“Distinguishing between assertions of fact and nonactionable expressions of opinion has often proved a difficult task” (Sandals Resorts Intern. Ltd. v. Google, Inc., 86 AD3d 32, 925 N.Y.S.2d 407 [1st Dept 2011] citing Brian v. Richardson, 87 N.Y.2d 46, 51, 637 N.Y.S.2d 347, 660 N.E.2d 1126  )). The Court of Appeals in Immuno AG. v. Moor–Jankowski (77 N.Y.2d 235, 243, 566 N.Y.S.2d 906, 909–10  ) announced that the New York State Constitution provides broader speech protections than does the United States Constitution” (Sandals Resorts Intern. Ltd., v. Google, Inc., supra, 86 AD3d at 40). “The dispositive inquiry, under either Federal or New York law, is whether a reasonable [reader] could have concluded that [the articles were] conveying facts about the plaintiff' “ (Gross v. New York Times Co., 82 N.Y.2d 146, 603 N.Y.S.2d 813  ).
“The approach now used in this State for determining which statements are protected opinion and which are unprotected factual assertions is based on a four-part formula....” (Sandals Resorts Intern. Ltd. v. Google, Inc., supra 86 AD3d at 39). The four factors are: “(1) whether the statement at issue has a precise meaning so as to give rise to clear factual implications, (2) the degree to which the statements are verifiable, i.e., objectively capable of proof or disproof', (3) whether the full context of the communication in which the statement appears signals to the reader its nature as opinion, and (4) whether the broader context of the communication so signals the reader (Sandals Resorts Intern. Ltd. v. Google, Inc., supra 86 AD3d at 39–40 (internal citations omitted)). “Accordingly, the standard in this state for distinguishing protected expressions of opinion from actionable assertions of fact,” is as follows:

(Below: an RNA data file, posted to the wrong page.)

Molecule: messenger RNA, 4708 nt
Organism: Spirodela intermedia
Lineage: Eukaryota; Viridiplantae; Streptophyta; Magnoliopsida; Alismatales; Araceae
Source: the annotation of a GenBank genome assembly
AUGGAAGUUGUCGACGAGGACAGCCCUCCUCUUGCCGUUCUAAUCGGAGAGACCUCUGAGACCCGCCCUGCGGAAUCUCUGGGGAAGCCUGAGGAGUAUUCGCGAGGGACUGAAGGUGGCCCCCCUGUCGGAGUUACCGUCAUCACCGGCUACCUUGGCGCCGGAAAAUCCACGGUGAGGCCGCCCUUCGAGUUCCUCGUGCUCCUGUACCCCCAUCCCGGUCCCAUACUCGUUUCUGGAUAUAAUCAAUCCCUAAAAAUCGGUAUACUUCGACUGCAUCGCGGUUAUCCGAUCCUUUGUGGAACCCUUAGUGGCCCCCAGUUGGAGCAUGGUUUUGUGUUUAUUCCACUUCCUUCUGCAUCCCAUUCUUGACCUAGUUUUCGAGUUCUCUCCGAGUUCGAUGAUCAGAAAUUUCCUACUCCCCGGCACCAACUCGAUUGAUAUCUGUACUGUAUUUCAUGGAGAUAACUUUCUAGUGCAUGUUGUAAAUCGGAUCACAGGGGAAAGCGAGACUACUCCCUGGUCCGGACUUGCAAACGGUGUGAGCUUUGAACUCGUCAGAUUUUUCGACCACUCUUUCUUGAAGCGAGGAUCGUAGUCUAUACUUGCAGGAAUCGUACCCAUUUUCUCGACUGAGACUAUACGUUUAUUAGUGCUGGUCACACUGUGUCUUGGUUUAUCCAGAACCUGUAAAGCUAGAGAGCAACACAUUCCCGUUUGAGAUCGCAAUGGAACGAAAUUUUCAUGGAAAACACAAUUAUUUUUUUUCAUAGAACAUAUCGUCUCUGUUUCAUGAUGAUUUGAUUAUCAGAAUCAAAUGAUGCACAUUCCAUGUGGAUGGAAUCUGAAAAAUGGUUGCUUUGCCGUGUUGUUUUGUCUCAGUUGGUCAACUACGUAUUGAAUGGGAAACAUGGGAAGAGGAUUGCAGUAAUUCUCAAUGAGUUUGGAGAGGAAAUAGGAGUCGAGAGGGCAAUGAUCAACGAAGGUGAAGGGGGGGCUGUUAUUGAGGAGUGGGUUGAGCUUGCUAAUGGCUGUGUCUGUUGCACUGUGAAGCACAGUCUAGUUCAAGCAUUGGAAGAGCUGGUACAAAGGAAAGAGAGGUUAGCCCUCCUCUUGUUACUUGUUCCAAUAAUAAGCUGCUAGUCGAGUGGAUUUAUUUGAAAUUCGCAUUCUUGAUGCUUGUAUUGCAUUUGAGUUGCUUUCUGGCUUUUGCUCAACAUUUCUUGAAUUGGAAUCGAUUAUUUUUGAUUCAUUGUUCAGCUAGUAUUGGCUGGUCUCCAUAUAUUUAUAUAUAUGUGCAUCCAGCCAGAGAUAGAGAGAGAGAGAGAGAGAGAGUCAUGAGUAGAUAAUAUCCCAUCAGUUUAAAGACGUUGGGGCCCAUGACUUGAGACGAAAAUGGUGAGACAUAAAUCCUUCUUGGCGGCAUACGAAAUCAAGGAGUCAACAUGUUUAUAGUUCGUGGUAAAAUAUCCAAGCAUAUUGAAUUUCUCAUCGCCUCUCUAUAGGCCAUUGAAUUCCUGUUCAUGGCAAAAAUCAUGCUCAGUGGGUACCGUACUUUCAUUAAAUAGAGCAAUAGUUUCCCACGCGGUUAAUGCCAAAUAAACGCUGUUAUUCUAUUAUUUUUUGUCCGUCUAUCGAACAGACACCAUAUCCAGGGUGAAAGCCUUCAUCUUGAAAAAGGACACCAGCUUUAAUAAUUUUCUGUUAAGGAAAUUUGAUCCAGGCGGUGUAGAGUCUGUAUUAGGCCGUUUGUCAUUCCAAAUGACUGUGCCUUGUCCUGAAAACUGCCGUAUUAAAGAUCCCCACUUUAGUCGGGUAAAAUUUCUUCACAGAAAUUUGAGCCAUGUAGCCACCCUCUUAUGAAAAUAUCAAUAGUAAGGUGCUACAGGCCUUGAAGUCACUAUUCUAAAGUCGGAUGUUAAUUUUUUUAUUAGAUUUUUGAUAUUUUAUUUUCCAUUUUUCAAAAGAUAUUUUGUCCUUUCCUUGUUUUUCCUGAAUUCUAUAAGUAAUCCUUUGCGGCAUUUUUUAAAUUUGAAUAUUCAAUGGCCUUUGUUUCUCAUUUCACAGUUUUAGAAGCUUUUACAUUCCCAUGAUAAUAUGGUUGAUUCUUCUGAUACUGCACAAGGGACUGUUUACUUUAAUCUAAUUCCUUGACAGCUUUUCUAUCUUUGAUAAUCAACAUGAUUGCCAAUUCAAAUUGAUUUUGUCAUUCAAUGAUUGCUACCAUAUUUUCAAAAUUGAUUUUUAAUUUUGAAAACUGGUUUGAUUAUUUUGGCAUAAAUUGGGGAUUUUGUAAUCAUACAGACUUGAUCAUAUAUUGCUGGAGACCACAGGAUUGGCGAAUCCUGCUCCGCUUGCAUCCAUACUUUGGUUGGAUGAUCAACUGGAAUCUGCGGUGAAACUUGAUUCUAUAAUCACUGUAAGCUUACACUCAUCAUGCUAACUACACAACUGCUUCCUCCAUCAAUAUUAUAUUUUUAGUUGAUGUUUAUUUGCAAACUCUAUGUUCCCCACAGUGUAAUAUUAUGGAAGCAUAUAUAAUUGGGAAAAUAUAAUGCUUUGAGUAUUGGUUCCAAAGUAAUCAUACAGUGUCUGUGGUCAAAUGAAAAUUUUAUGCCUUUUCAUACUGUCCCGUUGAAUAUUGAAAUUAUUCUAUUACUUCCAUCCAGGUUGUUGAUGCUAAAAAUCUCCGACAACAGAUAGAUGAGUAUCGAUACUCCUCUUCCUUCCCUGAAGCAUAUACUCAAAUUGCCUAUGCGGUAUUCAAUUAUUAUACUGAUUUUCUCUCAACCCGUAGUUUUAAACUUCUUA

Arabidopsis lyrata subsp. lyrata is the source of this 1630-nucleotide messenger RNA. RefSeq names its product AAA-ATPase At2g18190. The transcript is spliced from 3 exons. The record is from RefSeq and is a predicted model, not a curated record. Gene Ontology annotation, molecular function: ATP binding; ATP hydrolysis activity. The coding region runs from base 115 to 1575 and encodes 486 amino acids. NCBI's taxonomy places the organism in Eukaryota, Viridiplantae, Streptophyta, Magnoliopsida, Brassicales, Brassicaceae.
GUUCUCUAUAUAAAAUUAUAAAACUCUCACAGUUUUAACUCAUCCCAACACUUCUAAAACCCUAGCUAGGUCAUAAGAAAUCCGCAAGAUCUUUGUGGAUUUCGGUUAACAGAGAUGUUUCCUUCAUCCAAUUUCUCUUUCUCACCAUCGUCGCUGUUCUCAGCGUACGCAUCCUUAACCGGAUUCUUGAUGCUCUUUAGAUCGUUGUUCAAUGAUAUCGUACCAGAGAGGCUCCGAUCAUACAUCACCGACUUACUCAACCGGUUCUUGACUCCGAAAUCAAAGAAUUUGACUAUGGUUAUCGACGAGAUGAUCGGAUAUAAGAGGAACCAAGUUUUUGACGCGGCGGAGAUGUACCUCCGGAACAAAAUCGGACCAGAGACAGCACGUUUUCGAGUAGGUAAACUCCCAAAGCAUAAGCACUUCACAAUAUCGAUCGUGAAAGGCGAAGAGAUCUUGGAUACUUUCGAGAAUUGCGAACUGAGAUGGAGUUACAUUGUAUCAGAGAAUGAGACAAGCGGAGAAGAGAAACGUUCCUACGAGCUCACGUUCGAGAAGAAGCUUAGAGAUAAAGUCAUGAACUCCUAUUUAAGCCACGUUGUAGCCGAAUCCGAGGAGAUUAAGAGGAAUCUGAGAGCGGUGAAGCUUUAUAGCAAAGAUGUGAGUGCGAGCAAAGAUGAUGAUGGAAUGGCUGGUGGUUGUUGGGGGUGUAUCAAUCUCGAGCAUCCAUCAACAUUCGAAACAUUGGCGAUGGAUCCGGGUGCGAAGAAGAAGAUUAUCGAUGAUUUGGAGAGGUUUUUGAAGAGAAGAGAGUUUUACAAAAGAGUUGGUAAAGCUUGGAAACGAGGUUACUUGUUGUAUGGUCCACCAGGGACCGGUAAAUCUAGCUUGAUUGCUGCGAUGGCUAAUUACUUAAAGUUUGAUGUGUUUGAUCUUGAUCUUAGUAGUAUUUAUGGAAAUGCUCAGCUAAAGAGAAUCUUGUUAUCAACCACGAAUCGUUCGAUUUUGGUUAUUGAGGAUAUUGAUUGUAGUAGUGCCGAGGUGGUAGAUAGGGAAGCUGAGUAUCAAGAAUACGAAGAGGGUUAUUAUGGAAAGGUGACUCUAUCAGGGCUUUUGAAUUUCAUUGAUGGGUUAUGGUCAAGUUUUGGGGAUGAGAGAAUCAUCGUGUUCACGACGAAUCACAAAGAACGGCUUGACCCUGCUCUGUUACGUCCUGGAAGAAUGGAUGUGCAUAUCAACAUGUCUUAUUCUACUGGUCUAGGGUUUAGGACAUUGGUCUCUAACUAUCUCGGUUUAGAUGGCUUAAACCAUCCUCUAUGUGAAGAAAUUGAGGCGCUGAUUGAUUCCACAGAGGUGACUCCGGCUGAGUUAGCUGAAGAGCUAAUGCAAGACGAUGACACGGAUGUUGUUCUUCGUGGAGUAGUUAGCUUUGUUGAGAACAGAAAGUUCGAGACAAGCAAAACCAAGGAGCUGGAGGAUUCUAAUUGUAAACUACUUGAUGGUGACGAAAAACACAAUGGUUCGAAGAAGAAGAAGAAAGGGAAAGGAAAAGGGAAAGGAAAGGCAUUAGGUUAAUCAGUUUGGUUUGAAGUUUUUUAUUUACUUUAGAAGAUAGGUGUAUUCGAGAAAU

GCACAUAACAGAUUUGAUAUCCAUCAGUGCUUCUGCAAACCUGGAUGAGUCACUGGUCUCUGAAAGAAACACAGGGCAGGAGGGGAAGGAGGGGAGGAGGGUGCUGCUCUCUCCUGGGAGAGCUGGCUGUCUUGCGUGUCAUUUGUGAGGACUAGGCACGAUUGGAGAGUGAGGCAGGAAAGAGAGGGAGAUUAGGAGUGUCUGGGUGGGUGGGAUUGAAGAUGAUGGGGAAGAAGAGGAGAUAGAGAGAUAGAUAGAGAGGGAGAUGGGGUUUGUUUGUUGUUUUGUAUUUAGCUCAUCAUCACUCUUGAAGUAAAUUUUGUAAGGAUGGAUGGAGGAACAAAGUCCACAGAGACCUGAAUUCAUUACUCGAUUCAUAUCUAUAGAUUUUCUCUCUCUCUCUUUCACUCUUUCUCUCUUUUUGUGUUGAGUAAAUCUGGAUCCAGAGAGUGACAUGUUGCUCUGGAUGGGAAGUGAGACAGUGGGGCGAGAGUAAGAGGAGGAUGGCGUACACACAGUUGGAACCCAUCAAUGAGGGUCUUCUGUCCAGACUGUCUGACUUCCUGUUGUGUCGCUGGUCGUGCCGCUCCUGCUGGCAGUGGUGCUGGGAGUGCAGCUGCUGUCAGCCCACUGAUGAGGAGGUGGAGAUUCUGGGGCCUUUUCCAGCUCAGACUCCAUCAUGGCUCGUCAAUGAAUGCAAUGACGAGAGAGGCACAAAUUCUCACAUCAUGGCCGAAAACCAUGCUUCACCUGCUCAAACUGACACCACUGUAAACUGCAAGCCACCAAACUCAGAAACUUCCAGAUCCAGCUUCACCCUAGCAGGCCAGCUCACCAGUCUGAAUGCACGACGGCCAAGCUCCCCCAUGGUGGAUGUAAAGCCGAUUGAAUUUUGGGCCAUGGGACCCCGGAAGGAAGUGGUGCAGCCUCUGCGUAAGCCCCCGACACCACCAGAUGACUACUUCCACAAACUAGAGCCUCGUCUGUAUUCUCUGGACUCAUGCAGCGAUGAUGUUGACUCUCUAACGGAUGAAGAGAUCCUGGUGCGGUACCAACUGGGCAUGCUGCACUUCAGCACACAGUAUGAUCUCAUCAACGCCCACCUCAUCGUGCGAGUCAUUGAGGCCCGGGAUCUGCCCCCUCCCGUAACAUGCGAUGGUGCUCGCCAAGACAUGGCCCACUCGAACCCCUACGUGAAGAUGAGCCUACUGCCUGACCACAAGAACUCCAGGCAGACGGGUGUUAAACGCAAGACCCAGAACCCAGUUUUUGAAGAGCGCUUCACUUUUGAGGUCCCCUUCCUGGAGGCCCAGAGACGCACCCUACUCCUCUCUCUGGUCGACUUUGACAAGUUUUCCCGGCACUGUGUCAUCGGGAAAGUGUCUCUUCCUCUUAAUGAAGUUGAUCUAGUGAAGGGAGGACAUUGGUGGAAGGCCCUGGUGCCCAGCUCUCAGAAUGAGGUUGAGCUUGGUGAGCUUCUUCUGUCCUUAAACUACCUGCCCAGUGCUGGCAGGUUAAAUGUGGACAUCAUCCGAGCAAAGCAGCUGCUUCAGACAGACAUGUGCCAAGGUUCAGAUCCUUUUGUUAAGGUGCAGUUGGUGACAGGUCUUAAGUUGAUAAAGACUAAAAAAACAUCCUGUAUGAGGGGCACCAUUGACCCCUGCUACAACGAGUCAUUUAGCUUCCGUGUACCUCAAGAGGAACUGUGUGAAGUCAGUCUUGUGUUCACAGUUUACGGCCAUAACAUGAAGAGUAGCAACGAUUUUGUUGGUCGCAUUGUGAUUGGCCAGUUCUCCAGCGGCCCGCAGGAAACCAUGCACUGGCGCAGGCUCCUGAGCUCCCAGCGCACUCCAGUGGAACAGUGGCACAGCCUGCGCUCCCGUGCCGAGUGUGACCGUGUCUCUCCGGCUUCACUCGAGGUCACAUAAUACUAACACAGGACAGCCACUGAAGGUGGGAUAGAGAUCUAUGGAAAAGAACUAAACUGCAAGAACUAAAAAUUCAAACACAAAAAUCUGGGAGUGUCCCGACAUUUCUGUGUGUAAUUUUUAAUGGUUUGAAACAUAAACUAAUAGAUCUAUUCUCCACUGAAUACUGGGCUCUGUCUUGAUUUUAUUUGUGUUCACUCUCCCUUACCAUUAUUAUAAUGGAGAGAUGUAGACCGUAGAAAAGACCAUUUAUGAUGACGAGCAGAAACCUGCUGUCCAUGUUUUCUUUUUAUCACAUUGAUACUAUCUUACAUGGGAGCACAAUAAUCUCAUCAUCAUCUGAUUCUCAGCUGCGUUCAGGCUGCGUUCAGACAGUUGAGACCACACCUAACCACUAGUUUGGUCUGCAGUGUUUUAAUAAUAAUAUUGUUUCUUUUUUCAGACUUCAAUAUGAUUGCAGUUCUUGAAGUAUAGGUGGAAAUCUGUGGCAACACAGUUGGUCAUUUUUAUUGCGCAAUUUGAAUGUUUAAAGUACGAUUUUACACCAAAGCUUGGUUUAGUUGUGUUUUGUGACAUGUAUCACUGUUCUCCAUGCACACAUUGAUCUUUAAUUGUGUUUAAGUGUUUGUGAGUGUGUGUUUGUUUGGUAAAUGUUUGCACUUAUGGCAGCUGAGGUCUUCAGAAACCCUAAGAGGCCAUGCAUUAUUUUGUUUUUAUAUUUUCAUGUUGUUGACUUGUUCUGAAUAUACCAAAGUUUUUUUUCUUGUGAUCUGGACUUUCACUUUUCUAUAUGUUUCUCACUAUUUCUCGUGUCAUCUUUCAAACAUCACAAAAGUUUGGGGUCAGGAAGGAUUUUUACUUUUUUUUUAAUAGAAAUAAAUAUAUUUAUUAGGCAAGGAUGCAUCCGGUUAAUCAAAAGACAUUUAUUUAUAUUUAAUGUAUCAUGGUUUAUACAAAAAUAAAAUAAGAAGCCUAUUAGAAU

n”A pure opinion' is a statement of opinion which is accompanied by a recitation of the facts upon which it is based. An opinion not accompanied by such a factual recitation may, nevertheless, be pure opinion' if it does not imply that it is based upon undisclosed facts. When, however, the statement of opinion implies that it is based upon facts which justify the opinion but are unknown to those reading or hearing it, it is a mixed opinion' and is actionable. The actionable element of a mixed opinion' is not the false opinion itself—it is the implication that the speaker knows certain facts, unknown to his audience, which support his opinion and are detrimental to the person about whom he is speaking” (68 N.Y.2d at 289–290, 508 N.Y.S.2d 901, 501 N.E.2d 550 [citations and footnote omitted] Sandals Resorts Intern. Ltd. v. Google, Inc., supra 86 AD3d at 40).